Credit card rates and limits should not rise unchecked, says Government

27 October 2009 / by Rachael Stiles

The Government has today announced proposals to make the credit card market fairer for consumers, such as placing limits on interest rate increases and an opt-in feature on raising credit limits.

The changes to the credit and store card industry, laid out by the Department for Business, Innovation and Skills, are intended to ensure that providers give customers a fairer deal, as part of the Government’s plans for making financial services work better for the consumer.

Consumer Minister Kevin Brennan said: “Card companies have to get their act together and do more for consumers. The Government is putting forward new measures today which we believe will give consumers a better deal. I want to hear from the most important people, the customers, about their experiences and to get their views on our proposals. The current relationship between card companies and consumers cannot go unchallenged. We need to put the customer back in the driving seat.”

One of the things the Government would like to see improved is the ‘payment hierarchy’ on credit cards, which usually sees consumers having to pay off the cheapest debts first, such as balance transfers, while most expensive debts, such as cash withdrawals, accrue higher interest.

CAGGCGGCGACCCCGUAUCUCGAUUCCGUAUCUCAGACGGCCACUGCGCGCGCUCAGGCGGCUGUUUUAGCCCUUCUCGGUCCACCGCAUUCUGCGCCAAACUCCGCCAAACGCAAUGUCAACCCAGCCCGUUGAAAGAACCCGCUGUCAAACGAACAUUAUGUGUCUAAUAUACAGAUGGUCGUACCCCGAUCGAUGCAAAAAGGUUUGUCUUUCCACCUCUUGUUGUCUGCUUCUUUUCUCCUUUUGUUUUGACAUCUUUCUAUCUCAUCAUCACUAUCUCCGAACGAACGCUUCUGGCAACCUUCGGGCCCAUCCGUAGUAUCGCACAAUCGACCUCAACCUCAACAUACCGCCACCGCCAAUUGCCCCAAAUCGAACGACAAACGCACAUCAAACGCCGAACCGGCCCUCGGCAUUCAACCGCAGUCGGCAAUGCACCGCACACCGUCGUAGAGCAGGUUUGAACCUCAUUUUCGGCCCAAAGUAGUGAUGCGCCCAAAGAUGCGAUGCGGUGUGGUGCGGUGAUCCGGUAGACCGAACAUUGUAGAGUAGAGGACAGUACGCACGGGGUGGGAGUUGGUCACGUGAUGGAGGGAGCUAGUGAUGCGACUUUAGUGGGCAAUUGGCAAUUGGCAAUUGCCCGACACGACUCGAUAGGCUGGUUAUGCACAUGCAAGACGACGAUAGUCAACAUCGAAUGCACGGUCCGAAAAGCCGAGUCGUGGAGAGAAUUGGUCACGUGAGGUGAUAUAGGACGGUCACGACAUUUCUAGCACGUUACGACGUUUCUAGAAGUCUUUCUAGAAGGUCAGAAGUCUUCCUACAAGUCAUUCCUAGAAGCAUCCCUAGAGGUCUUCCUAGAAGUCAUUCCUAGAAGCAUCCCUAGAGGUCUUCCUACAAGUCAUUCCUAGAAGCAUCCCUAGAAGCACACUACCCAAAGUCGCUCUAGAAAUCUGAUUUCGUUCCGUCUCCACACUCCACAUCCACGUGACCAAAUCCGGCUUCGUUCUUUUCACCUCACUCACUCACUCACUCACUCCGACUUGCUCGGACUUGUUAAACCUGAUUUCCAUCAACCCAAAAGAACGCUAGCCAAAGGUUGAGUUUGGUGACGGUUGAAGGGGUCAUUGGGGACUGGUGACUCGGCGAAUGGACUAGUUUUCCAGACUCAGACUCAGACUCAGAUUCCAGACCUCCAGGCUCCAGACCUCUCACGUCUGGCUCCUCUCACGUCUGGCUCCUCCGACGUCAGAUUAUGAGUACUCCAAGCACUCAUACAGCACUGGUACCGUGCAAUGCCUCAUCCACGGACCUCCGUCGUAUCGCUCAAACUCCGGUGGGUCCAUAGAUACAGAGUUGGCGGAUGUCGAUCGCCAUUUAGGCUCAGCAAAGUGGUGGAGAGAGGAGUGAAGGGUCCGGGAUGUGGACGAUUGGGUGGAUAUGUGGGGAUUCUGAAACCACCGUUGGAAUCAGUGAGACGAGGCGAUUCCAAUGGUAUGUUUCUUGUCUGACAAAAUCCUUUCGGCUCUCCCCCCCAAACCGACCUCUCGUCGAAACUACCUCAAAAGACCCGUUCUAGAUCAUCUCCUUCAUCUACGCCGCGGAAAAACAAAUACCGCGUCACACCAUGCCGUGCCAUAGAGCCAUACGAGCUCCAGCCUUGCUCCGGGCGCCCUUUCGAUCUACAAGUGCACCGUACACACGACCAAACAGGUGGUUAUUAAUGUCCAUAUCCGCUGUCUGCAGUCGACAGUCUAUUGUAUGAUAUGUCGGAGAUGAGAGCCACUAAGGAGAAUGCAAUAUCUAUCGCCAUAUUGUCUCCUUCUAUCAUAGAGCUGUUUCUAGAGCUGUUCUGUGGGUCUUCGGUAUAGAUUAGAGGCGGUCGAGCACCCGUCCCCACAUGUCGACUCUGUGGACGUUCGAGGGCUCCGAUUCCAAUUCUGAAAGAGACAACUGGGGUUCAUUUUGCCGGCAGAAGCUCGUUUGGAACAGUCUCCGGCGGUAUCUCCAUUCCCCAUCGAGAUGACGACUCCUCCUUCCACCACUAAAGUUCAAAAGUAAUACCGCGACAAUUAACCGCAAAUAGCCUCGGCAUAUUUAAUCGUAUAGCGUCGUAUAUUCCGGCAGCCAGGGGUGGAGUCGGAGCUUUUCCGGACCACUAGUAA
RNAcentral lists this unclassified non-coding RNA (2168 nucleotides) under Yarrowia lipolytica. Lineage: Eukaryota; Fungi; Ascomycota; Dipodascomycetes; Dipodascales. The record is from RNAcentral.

The Government is considering rules which would force credit card companies to clear the most expensive debts first.

Raising the monthly minimum repayment would encourage customers to repay their credit card debt faster, the Government argues. Small minimum payments can mean it takes decades for customers to clear the debt, while it continues to accrue interest. To remedy this, the Government is considering the introduction of a minimum mandatory payment.

To counteract the practice of credit card companies increasing credit limits without consent, they might, under the new rules, be obliged to see that only customers who opt-in are given credit limit increases.

Lastly, the Government would like to see restrictions, or even a ban, placed on interest rates being increased on existing debts, which it says is punishing consumers who use their cards responsibly for the “excessive risk-taking” of financial institutions.

“It is not acceptable for card companies to impose complex and confusing terms and conditions that can leave people baffled, or to increase interest rates without a proper explanation,” Mr Brennan continued. “Consumers have a real responsibility to manage their finances properly, but they also have a right to clear information to enable them to do that. Consumers should not feel each month as if they’ve been exploited or disadvantaged.”

Commenting on the proposals, Andrew Hagger of Moneynet.co.uk agreed that it is “high time we saw an overhaul of the way credit cards are designed, marketed and used in the UK.”

But, he added, it’s also down to consumers to educate themselves about how credit cards work and to understand the implications of the payment hierarchy, low minimum repayment levels, and higher credit limits.

“It’s largely down to the providers but it’s a two way problem and consumers need re-educating too,” he said.

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